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it's based on a flawed view of man. they see it and ultimately the view is if people are free to do whatever they want to do and the government is removed and people just have this freedom to exercise their own well, that the world would be a better place. i don't buy that. i don't understand why you have seen anything in human history that would suggest that would result in a good and decent and virtuous society. but baby levi think the fundamental understanding is that humans are essentially good and that if left to their own divided things would be fine. i believe that man is basically falling and needs to have both the family civic institutions and the government to have them all in place and conventions in place to shape and bold that individual. >> everyone agrees there were problems with the occupation in
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iraq in the last decade but the original decision in the spring of 2003, was that a good decision do you think? >> i go back to -- i guess i could answer that at the time. when i made the decision i thought it was the right decision. i looked back and knowing what i knew at the time, i would have made the same decision. knowing now what happened in how the occupation and having "made in that area of the world and the complexities of dealing with the radical islamists and frankly just the muslim culture, you know, certainly going forward i would be a lot more cautious about engaging in this kind of activities in the future. i think we need to learn our lesson that once the long-term prospects of doing what we have
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attempted to do when going into iraq is not optimistic about the positive results going and taking that type of approach again. >> do you think anyone has learned the lesson? they are still the leading light in a foreign policy on the republican side. no one has been ostracized. >> i think it's different to suggest that what we attempt to -- and again this hasn't been done. america had never done this before. and so the idea to say well these people were wrong and they should be ostracized by think it would've been -- i talked with many of them and are fighting a little chastened in venturing again into something like that. not everyone has looked at what happened and looked at the fact that like it or not the people that were involved in the initial invasion and managing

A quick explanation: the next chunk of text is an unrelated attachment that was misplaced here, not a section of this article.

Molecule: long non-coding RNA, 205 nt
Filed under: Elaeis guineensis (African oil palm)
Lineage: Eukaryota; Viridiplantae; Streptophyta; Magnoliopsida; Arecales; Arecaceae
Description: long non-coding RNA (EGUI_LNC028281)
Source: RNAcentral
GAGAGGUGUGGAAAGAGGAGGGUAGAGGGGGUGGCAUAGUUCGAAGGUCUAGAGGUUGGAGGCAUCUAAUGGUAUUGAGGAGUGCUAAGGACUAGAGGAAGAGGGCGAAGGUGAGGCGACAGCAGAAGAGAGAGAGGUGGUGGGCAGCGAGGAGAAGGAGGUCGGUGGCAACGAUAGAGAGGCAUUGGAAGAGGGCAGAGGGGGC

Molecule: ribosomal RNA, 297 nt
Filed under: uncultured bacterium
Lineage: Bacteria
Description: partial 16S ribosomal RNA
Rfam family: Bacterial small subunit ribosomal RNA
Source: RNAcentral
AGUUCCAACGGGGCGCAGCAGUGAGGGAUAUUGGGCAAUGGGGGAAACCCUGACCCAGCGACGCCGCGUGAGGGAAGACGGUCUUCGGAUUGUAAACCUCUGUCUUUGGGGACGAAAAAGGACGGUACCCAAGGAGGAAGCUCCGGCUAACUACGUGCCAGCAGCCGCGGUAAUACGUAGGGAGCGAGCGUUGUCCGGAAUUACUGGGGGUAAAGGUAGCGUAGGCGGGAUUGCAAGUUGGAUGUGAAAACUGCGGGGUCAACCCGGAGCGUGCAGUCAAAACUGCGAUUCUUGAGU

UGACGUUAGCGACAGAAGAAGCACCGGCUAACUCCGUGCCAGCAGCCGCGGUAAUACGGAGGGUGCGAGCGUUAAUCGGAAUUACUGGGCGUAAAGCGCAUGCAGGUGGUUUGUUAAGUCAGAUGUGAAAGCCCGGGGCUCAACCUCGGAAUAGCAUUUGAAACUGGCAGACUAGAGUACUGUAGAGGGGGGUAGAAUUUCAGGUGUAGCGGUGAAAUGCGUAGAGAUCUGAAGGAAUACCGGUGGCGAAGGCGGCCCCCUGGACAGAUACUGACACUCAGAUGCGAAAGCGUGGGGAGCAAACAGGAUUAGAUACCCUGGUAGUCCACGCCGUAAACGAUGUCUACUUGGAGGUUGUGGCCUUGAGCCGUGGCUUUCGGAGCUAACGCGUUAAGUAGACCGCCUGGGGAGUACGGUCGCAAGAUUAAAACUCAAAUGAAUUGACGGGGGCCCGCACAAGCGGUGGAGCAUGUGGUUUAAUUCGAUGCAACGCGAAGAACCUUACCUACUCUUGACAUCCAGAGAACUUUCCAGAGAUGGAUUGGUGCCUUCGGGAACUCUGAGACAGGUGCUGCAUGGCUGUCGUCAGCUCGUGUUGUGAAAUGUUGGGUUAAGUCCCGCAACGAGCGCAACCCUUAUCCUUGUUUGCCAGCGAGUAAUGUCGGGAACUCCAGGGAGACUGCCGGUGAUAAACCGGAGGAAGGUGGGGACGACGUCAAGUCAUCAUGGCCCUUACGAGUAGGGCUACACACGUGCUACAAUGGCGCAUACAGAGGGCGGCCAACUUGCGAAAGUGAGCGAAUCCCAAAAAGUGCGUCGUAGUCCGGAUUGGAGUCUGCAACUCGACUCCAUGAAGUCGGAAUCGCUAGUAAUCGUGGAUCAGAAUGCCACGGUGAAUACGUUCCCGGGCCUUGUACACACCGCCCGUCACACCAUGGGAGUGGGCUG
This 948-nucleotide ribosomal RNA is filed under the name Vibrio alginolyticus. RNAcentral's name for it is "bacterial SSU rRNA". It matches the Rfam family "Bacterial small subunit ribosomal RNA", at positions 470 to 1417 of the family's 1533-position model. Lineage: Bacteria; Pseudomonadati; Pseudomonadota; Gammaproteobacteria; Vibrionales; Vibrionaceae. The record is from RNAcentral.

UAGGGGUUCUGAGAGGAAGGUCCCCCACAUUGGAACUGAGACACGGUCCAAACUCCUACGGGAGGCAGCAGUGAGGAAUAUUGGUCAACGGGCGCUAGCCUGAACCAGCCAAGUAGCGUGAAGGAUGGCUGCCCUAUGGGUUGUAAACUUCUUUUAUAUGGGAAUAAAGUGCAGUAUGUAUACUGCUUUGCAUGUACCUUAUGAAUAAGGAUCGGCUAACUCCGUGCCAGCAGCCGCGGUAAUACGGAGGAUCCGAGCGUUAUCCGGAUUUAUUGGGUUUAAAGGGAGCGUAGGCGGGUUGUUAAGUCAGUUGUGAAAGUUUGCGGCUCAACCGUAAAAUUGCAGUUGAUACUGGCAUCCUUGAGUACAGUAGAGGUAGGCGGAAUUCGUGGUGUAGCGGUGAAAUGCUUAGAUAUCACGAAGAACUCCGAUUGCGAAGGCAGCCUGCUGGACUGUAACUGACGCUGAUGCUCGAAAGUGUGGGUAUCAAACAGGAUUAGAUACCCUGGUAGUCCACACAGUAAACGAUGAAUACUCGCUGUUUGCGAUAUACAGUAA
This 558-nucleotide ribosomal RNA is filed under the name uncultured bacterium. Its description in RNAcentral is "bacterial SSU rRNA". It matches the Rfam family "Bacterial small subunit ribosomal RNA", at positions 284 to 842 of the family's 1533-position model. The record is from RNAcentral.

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that are not necessarily the people that are going to finish it out and i think when you look at the fact that there may be other administrations that have less of a stomach for finishing the job and doing it right you have to take that into consideration when you engage in the first place. >> you've raised seven children and to seem like you did a good job. don't you think that attrition and policy play a role? when you do that with the best of intentions shouldn't you apologize and get up and shouldn't there be a role for public humiliation and sanctions? isn't that a part? >> shouldn't h be apologize? >> i don't think that they should be apologizing. they should be candid about the failures that took place. i don't know how you look at iraq today and say that as a success. that doesn't mean that you need to say you need to take out and start flaunting your back in the public square.